I’m not talking about here. I’m talking about just in life, generally.
Has ridiculing people, being hostile and rude to people ever made you happier and more satisfied?
Yes. Performing valuable services to better my community usually does.
Interesting. Have you personally ever tried being more polite and less abrasive to people in discussions?
Have you stopped beating your girlfriend yet?
Are you trying to point out a Loaded Question Fallacy or just being snarky?
My understanding is that @Faizal_Ali acknowledges his generally aggressive attitude towards Creationism and creationists (let us know @Faizal_Ali if that’s not the case) and sees it as a proper response, so I’d think that would make @dga471’s question a legitimate one.
Nothing slips by you, does it?
Sure, all the time. I enjoy that, too. Not everyone deserves it, though.
I try it sometimes. It doesn’t seem to work. @swamidass keeps trying it. Achieving sweet bugger all in the process, for all I can see.
(But, yes, you are understanding me correctly,)
Do you think your aggressive attitude has given more positive results than Josh’s more diplomatic one? (Note that diplomacy and politeness doesn’t mean “teaching the controversy”, pretending that all points of view are equally valid, or anything like that.)
I think a more open-minded and diplomatic attitude has clearly borne out results in this forum. See, for example, Welcome to Terrell Clemmons: Questions on Methodological Naturalism, which has become a very long and (somewhat) substantial conversation, as most of the participants are fairly diplomatic.
Yes. Of course, I’m not sure whether we have the same understanding of what comprises “positive results.”
Has it persuaded any creationists to accept evolution?
What is your definition of positive results?
It certainly seems to have given @terrellclemmons a lot of exposure to the views of Christians who affirm evolution, while previously she mostly interacted with ID. It will give TE/ECs a fairer hearing in Christian circles. The reason why ID thrives in some circles is that some Christians think it’s the only option for maintaining their faith.
Josh just now reported that he spoke at a youth conference where many came from YEC families (Jesus, Segregation, and a West County Church in STL) - just one of the several conservative Christian conferences he has been allowed to speak at. Did you miss those? See, e.g. Daniel Deen and Joel Oesch: The Lutheran Voice and Crosswise Institute and also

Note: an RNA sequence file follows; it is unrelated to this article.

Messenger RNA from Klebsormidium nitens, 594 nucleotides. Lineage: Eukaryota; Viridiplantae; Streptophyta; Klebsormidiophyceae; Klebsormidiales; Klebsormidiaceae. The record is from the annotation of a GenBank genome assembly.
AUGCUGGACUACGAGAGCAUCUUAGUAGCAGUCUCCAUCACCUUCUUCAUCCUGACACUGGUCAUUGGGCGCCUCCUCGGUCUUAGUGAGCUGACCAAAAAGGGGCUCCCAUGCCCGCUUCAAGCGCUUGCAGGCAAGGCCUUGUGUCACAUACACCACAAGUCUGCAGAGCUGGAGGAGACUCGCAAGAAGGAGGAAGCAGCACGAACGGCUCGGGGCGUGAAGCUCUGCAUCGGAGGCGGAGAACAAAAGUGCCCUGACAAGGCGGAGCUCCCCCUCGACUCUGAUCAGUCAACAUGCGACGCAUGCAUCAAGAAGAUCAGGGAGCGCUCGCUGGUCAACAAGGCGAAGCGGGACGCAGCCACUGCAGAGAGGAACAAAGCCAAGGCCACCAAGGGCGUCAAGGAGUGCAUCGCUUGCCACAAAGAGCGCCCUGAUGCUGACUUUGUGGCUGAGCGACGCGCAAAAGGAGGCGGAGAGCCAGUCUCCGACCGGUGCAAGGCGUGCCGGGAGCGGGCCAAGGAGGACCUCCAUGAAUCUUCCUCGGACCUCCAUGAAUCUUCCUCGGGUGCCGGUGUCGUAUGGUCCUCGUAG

Jeremy Smith: I Disagree with Dr. Swamidass. According to Josh, several students expressed this was the first time they heard a Christian who affirmed evolution speak. This is gradually removing the specter of evolution as a bogeyman in these communities. I would bet that a larger percentage of these children will grow up accepting the evidence for evolution as adults.
Do you not understand that none of this would be even conceivable if people aggressively denounced and made fun of YECs at every turn? Insult and aggression results in degradation of trust, no matter how good your arguments are.
Look here for a more secular example: a single man convinced 200 KKK members to leave the organization. By befriending them, not attacking them (although many would say they certainly deserved to be attacked and ridiculed).
Great example! So if we were just nicer to the KKK when they were riding around lynching people, things would have worked out so much better. Too bad no one thought of that sooner.
I DID NOT say that we should allow the KKK to lynch people, @Faizal_Ali. Don’t put words in my mouth.
Do you think Daryl Davis was a fool then?
By the way, I expect you not to latch on the KKK example, but also respond to what Josh has accomplished through diplomacy.
I didn’t think or claim that you had.
So you do understand that just being nice is not the only approach that is effective or necessary.
I do understand the value of stopping and preventing physical violence and active harm being done by malicious organizations. But ID and YEC organizations do not commit violence, as far as I know.
No, they don’t. But their actions should be met with appropriate counteractions. e.g. When they tried to legislatively force creationism onto school curricula in Dover, PA, it was appropriate IMHO to take them to court, rather than just trying to be really, really nice to them and hoping they’d change their mind.
I’m not talking about Dover. Being “nice” doesn’t mean avoiding legal action when necessary. Instead, I’m talking about dialogue with creationists in spaces like these. What do you accomplish here by being aggressive? I’m sure you’re winning the approval of some fellow anti-creationists. But I’m not sure you’re winning over people who are undecided or new to the field.
Why not listen and consider when a good point is made, rather than immediately stooping to scornful ridicule that is clearly not responsive to what was actually said?